PyMOL is a molecular visualization tool widely used by the Rosetta community.

The PyMOL Wiki contains documentation on the program methods and numerous examples. Beginners should start with this tutorial. A simple workshop is part of the PyRosetta tutorials.

If you are building PyMOL from source on Linux (this does not take long and is explained here) then you may need to install the python-dev and glutg3-dev packages and possibly the mesa-common-dev package as well. Some notes on building PyMOL for Python 2.7 on a Python 3 system are included below.

Information on making movies in PyMOL can be found at http://www.pymolwiki.org/index.php/PLoS.

## PyMOL_Mover

PyMOL is so popular in the community, we developed a Mover to send Rosetta data directly to PyMOL.

### PyMOL Side

#### Setting Up PyMOL

In PyMOL, run the PyMOL-RosettaServer.py script, found at <path to Rosetta main>/source/src/python/PyRosetta/src/PyMOL-RosettaServer.py (the main directory of PyRosetta). This will start the listener and output information about the connection established. No further work should be required to view PyMOL_Mover output from the same computer.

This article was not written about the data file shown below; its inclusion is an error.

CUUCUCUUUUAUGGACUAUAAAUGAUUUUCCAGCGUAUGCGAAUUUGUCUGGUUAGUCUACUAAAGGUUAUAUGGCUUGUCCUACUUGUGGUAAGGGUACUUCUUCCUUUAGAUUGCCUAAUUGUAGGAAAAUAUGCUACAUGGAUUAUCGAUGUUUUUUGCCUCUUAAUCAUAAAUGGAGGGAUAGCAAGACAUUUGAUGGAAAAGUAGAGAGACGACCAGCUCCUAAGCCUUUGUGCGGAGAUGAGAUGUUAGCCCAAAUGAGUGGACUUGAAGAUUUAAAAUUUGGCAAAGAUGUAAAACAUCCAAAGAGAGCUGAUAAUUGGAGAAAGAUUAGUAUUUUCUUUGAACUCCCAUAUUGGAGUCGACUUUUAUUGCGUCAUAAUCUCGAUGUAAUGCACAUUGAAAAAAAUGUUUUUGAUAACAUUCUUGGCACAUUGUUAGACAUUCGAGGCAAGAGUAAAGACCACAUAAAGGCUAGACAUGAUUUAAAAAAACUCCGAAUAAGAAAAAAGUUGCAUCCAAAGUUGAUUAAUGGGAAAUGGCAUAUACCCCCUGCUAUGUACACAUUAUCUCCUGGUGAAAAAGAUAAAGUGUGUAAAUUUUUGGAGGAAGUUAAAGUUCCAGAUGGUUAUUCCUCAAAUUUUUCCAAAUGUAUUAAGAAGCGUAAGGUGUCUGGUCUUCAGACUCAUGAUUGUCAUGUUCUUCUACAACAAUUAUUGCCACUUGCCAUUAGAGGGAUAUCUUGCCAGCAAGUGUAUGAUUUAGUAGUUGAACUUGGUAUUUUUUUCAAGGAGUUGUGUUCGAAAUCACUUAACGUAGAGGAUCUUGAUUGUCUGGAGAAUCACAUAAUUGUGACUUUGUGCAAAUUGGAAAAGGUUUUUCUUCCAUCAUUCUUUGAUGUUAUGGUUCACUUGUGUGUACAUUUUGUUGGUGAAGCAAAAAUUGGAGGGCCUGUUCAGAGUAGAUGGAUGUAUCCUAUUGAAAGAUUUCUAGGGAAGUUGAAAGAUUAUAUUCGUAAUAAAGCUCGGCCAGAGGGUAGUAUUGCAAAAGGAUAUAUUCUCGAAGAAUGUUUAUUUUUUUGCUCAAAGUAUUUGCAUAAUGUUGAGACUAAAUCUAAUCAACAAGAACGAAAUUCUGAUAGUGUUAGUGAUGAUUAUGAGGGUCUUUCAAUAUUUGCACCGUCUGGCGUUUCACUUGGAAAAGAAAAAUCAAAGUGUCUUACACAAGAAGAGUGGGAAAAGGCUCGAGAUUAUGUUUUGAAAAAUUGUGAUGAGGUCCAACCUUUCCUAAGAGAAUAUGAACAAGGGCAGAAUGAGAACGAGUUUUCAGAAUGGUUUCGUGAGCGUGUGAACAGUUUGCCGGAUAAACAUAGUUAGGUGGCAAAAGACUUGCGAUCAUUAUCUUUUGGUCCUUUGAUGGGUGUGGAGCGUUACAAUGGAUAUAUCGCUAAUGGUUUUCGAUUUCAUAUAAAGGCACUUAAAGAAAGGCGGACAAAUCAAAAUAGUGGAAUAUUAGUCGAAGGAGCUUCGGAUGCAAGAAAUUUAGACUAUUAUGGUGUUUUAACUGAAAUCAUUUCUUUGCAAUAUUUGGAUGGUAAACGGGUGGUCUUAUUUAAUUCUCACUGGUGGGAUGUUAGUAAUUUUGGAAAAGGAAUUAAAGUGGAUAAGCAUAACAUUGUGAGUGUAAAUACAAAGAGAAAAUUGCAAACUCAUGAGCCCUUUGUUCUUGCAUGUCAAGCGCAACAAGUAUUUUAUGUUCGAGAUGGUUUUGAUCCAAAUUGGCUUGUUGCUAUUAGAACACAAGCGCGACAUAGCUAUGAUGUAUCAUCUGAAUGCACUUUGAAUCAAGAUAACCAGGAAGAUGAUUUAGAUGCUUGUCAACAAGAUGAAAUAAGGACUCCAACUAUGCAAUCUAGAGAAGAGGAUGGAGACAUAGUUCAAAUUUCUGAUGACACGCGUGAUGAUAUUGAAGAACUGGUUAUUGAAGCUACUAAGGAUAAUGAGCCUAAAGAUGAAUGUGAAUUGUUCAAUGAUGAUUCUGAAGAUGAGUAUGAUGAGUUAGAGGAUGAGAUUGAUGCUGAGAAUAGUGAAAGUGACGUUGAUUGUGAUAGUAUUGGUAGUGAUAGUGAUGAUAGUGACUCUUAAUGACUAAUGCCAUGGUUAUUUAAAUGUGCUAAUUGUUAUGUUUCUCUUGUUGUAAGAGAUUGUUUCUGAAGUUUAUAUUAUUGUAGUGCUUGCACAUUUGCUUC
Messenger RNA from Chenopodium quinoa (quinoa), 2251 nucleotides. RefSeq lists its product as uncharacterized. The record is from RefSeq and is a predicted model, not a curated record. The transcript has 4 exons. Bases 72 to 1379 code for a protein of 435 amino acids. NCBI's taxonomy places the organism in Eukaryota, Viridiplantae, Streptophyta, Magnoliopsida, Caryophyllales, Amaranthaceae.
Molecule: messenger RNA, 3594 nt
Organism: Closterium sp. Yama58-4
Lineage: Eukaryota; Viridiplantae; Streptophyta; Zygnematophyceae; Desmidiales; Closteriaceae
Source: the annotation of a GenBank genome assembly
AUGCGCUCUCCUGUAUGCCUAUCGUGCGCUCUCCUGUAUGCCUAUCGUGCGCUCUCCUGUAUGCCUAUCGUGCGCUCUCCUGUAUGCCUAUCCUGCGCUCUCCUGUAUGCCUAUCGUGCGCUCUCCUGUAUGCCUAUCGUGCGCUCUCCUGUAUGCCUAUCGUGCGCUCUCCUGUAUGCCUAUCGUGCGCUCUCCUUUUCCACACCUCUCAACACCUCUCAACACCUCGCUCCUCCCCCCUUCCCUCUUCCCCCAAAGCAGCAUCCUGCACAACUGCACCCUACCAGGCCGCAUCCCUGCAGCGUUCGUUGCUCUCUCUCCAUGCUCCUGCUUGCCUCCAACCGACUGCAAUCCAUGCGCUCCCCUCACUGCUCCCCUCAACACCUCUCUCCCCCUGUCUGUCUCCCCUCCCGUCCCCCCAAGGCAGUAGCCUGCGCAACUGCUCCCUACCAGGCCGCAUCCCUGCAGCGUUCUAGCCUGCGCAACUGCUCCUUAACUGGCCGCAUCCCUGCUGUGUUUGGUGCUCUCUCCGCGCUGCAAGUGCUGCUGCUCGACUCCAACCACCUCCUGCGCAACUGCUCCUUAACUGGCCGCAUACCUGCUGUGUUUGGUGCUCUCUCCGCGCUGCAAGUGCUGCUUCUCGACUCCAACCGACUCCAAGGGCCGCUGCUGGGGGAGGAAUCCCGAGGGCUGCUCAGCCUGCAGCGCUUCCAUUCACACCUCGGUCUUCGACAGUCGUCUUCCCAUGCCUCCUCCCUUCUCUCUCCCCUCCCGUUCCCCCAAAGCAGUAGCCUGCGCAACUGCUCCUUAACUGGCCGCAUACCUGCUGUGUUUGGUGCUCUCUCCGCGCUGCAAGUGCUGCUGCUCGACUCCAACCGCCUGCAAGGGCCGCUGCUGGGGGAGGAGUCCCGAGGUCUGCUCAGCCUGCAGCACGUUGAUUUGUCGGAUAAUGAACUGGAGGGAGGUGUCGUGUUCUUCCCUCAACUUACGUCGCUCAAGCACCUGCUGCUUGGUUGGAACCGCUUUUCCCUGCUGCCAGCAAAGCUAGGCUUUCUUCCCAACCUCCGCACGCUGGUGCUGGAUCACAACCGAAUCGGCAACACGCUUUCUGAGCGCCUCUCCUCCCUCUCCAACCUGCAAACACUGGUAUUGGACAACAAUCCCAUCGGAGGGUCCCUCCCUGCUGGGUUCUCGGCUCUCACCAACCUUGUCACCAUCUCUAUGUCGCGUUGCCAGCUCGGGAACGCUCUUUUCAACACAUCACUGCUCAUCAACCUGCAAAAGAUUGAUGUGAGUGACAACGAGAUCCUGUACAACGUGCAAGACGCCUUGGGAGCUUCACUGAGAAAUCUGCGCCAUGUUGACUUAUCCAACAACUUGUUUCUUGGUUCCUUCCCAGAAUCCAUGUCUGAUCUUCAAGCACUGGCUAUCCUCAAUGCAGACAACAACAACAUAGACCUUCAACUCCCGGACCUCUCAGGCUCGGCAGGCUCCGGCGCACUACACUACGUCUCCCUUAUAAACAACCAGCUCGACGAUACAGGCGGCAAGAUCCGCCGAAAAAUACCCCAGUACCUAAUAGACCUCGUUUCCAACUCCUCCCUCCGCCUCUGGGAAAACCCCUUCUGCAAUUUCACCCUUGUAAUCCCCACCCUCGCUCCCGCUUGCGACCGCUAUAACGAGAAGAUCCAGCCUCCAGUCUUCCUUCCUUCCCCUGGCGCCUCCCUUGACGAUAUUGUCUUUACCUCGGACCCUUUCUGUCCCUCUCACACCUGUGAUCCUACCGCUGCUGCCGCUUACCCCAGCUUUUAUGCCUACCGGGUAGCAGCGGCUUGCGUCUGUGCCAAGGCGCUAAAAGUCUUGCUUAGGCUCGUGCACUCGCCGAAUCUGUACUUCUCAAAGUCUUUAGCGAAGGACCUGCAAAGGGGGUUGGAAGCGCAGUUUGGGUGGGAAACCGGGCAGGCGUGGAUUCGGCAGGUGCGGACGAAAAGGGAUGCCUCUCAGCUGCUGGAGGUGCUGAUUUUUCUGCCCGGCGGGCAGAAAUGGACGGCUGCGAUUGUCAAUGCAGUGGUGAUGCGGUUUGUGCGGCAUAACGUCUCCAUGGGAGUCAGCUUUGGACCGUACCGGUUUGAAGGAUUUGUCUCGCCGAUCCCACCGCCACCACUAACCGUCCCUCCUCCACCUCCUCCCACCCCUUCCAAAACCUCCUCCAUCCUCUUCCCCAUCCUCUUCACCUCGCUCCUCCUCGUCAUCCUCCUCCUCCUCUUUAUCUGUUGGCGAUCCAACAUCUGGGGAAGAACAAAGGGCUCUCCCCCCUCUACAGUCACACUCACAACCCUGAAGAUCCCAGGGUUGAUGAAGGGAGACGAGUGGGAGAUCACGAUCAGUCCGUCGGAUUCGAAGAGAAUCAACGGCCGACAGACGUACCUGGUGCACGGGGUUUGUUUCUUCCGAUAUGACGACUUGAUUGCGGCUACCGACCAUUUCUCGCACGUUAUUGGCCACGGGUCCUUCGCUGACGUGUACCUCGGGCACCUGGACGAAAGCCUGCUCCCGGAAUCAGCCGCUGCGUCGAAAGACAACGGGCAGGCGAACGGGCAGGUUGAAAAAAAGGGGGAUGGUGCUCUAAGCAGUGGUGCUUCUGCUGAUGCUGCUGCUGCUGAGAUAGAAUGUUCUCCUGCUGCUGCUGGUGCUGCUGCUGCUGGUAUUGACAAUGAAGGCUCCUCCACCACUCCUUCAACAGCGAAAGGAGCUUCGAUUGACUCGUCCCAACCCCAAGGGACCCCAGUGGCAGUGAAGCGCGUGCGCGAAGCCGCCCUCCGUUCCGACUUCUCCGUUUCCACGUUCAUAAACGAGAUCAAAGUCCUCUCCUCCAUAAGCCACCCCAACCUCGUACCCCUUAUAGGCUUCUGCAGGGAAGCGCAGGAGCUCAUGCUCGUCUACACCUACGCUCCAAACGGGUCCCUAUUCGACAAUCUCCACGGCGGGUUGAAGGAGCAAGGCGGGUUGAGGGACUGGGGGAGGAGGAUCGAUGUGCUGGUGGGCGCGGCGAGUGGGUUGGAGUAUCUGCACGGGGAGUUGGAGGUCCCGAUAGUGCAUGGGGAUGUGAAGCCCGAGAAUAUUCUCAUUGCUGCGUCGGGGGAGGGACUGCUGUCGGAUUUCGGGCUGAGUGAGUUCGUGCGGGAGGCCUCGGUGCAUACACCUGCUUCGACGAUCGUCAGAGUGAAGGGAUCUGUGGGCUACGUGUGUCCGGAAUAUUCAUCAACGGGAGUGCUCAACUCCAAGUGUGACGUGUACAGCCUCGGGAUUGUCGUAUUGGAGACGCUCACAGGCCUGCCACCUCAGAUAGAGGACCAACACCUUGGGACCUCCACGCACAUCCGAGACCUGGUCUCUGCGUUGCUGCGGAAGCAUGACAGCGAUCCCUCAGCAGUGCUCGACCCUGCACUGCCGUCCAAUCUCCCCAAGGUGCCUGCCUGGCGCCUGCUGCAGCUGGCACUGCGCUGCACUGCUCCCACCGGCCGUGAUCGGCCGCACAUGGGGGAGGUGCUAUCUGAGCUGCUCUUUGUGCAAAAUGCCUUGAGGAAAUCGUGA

We recommend creating a .pymolrc file in your home folder, and adding the following line:

run <path to Rosetta main>/source/src/python/PyRosetta/src/PyMOL-RosettaServer.py

This way is convenient: the PyMOL-Rosetta link is established each time you start PyMOL.

#### Changing PyMOL Listener IP

start_rosetta_server

It's that simple. This method of the Server script automatically connects to the machine's current IP. This IP address can be set manually and the Server script defaultly connects at 127.0.0.1. Make sure that the connection is to an accessible IP and that the PyMOL_Mover is outputting to that IP. To change the IP manually use either command below at a PyMOL command prompt:

start_rosetta_server 187.1.3.37, 9001 \\

or

cmd.start_rosetta_server("187.1.3.37","9001")

### Rosetta Usage

Here are the options for observing a Rosetta simulation through JD2, Rosetta's job manager). See below for PyRosetta code.

-show_simulation_in_pymol <argument, default=5.0> 
• Attach PyMOL observer to pose at the beginning of the simulation, and outputs a new PyMOL "state" every seconds. A value of 0 indicates to not skip any packets from sending! Don't forget to run the PyMOLPyRosettaServer.py script within PyMOL!